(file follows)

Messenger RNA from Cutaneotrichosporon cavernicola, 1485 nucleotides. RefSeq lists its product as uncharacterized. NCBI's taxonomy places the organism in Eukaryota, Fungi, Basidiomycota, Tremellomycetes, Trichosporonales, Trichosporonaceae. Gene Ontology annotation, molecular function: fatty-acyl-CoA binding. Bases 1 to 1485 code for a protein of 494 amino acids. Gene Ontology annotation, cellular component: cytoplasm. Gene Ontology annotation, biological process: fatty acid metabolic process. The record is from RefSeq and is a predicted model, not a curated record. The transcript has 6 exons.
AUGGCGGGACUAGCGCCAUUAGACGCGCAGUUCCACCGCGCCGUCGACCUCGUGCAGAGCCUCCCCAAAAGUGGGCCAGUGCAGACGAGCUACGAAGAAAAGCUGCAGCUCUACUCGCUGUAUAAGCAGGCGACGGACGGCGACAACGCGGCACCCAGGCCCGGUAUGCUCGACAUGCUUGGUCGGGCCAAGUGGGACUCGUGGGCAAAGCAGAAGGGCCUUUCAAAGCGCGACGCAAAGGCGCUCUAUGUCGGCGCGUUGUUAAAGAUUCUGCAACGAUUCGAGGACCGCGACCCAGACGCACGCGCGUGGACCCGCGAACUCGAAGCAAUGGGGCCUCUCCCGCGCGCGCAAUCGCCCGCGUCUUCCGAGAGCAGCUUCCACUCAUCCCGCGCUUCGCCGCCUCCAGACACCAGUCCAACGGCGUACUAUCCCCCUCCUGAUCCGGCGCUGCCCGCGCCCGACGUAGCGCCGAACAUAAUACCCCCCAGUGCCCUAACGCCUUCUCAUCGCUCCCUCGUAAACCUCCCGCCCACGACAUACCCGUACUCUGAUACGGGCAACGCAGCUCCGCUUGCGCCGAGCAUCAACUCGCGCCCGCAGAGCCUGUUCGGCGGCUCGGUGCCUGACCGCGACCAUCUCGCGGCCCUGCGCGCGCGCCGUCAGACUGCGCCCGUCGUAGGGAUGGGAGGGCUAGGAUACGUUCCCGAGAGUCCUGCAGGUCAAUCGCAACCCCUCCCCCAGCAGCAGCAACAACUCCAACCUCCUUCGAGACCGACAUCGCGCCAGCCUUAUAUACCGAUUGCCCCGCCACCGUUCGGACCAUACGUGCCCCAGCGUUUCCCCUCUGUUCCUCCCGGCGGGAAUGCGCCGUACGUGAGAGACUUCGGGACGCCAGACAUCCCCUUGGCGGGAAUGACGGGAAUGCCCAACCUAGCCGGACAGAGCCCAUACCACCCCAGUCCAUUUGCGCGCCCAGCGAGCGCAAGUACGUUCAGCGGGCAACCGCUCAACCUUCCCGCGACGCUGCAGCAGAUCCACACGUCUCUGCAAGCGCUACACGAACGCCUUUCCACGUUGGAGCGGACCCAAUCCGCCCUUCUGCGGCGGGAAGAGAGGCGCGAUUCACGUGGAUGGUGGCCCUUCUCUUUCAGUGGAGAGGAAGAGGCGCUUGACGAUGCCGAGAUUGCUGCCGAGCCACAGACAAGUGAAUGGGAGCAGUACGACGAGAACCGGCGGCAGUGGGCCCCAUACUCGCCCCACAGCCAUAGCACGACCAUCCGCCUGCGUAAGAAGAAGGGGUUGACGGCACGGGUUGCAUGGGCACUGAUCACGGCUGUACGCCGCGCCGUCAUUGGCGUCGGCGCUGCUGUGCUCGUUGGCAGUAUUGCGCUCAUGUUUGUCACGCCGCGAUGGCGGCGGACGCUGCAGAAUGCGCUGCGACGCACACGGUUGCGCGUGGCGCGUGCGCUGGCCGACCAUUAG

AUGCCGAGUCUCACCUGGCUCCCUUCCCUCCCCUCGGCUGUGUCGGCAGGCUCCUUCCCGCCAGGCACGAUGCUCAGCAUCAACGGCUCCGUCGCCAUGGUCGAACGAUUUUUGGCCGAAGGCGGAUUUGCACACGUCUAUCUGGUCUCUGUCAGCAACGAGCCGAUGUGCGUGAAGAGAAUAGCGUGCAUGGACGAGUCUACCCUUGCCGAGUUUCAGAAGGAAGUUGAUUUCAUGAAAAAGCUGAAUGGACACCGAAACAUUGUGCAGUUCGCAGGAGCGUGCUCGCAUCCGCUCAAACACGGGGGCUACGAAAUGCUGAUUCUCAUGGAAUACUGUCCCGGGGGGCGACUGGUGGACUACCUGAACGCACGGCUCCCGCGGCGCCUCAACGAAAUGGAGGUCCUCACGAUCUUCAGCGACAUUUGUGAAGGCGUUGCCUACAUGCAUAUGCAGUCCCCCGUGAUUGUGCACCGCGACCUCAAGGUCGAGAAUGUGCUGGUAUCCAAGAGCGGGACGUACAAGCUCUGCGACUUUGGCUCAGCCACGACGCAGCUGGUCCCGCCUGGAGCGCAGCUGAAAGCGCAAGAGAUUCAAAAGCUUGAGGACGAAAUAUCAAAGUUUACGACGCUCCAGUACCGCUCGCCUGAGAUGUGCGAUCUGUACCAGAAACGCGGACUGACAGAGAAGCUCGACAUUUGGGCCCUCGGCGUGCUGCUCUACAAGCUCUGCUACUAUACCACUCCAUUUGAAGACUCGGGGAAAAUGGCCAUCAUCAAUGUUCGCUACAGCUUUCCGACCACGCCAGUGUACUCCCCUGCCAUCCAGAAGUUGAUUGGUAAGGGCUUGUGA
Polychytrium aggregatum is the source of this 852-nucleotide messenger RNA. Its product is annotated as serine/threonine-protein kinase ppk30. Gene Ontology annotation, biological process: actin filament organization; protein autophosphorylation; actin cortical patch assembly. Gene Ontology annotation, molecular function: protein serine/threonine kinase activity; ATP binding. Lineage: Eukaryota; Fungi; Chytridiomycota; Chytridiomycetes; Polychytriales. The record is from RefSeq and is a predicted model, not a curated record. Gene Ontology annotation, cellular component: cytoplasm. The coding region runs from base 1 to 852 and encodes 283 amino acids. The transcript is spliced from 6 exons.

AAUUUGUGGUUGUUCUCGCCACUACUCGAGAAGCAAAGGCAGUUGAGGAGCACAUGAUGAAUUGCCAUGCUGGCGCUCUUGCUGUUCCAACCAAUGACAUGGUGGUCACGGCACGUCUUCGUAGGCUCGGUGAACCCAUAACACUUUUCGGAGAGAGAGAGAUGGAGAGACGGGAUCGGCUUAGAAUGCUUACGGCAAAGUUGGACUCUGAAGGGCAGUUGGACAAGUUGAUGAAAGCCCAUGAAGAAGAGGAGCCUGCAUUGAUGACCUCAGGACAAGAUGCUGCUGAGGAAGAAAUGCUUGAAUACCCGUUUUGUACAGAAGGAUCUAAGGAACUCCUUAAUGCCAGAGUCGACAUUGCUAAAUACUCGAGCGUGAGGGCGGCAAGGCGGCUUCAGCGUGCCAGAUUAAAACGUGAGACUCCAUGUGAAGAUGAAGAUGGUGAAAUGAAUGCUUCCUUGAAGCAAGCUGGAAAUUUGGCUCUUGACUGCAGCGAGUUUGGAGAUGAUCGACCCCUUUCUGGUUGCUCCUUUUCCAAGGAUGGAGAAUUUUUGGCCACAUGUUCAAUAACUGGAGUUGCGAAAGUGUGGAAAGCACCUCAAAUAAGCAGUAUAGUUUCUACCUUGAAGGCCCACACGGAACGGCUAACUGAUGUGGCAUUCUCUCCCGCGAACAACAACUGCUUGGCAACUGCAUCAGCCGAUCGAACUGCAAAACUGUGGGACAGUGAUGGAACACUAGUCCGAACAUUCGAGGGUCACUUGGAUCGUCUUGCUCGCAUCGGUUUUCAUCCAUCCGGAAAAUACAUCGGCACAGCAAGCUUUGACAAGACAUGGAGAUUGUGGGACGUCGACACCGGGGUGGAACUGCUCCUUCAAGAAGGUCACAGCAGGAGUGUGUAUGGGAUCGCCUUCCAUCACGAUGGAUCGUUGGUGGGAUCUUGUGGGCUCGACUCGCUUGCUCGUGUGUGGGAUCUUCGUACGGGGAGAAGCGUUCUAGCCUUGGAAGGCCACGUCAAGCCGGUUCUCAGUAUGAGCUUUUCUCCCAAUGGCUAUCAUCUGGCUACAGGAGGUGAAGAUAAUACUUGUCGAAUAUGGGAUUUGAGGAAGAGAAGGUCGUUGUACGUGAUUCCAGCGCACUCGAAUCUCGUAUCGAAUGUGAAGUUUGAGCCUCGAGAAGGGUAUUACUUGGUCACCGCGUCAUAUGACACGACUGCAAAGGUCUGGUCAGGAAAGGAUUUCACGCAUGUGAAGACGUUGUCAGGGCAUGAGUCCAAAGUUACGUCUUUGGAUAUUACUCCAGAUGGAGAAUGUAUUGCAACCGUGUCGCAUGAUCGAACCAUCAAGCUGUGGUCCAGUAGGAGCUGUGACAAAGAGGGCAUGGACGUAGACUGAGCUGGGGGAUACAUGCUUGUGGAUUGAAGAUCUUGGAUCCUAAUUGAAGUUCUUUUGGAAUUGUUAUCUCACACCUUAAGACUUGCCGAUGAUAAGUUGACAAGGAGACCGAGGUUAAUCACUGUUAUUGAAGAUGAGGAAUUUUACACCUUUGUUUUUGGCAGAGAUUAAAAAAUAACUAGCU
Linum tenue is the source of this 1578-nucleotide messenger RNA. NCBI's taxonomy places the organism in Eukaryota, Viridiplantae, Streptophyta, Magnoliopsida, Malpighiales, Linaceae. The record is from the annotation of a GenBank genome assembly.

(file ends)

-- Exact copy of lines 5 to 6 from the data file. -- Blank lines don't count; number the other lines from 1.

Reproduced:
AAUUUGUGGUUGUUCUCGCCACUACUCGAGAAGCAAAGGCAGUUGAGGAGCACAUGAUGAAUUGCCAUGCUGGCGCUCUUGCUGUUCCAACCAAUGACAUGGUGGUCACGGCACGUCUUCGUAGGCUCGGUGAACCCAUAACACUUUUCGGAGAGAGAGAGAUGGAGAGACGGGAUCGGCUUAGAAUGCUUACGGCAAAGUUGGACUCUGAAGGGCAGUUGGACAAGUUGAUGAAAGCCCAUGAAGAAGAGGAGCCUGCAUUGAUGACCUCAGGACAAGAUGCUGCUGAGGAAGAAAUGCUUGAAUACCCGUUUUGUACAGAAGGAUCUAAGGAACUCCUUAAUGCCAGAGUCGACAUUGCUAAAUACUCGAGCGUGAGGGCGGCAAGGCGGCUUCAGCGUGCCAGAUUAAAACGUGAGACUCCAUGUGAAGAUGAAGAUGGUGAAAUGAAUGCUUCCUUGAAGCAAGCUGGAAAUUUGGCUCUUGACUGCAGCGAGUUUGGAGAUGAUCGACCCCUUUCUGGUUGCUCCUUUUCCAAGGAUGGAGAAUUUUUGGCCACAUGUUCAAUAACUGGAGUUGCGAAAGUGUGGAAAGCACCUCAAAUAAGCAGUAUAGUUUCUACCUUGAAGGCCCACACGGAACGGCUAACUGAUGUGGCAUUCUCUCCCGCGAACAACAACUGCUUGGCAACUGCAUCAGCCGAUCGAACUGCAAAACUGUGGGACAGUGAUGGAACACUAGUCCGAACAUUCGAGGGUCACUUGGAUCGUCUUGCUCGCAUCGGUUUUCAUCCAUCCGGAAAAUACAUCGGCACAGCAAGCUUUGACAAGACAUGGAGAUUGUGGGACGUCGACACCGGGGUGGAACUGCUCCUUCAAGAAGGUCACAGCAGGAGUGUGUAUGGGAUCGCCUUCCAUCACGAUGGAUCGUUGGUGGGAUCUUGUGGGCUCGACUCGCUUGCUCGUGUGUGGGAUCUUCGUACGGGGAGAAGCGUUCUAGCCUUGGAAGGCCACGUCAAGCCGGUUCUCAGUAUGAGCUUUUCUCCCAAUGGCUAUCAUCUGGCUACAGGAGGUGAAGAUAAUACUUGUCGAAUAUGGGAUUUGAGGAAGAGAAGGUCGUUGUACGUGAUUCCAGCGCACUCGAAUCUCGUAUCGAAUGUGAAGUUUGAGCCUCGAGAAGGGUAUUACUUGGUCACCGCGUCAUAUGACACGACUGCAAAGGUCUGGUCAGGAAAGGAUUUCACGCAUGUGAAGACGUUGUCAGGGCAUGAGUCCAAAGUUACGUCUUUGGAUAUUACUCCAGAUGGAGAAUGUAUUGCAACCGUGUCGCAUGAUCGAACCAUCAAGCUGUGGUCCAGUAGGAGCUGUGACAAAGAGGGCAUGGACGUAGACUGAGCUGGGGGAUACAUGCUUGUGGAUUGAAGAUCUUGGAUCCUAAUUGAAGUUCUUUUGGAAUUGUUAUCUCACACCUUAAGACUUGCCGAUGAUAAGUUGACAAGGAGACCGAGGUUAAUCACUGUUAUUGAAGAUGAGGAAUUUUACACCUUUGUUUUUGGCAGAGAUUAAAAAAUAACUAGCU
Linum tenue is the source of this 1578-nucleotide messenger RNA. NCBI's taxonomy places the organism in Eukaryota, Viridiplantae, Streptophyta, Magnoliopsida, Malpighiales, Linaceae. The record is from the annotation of a GenBank genome assembly.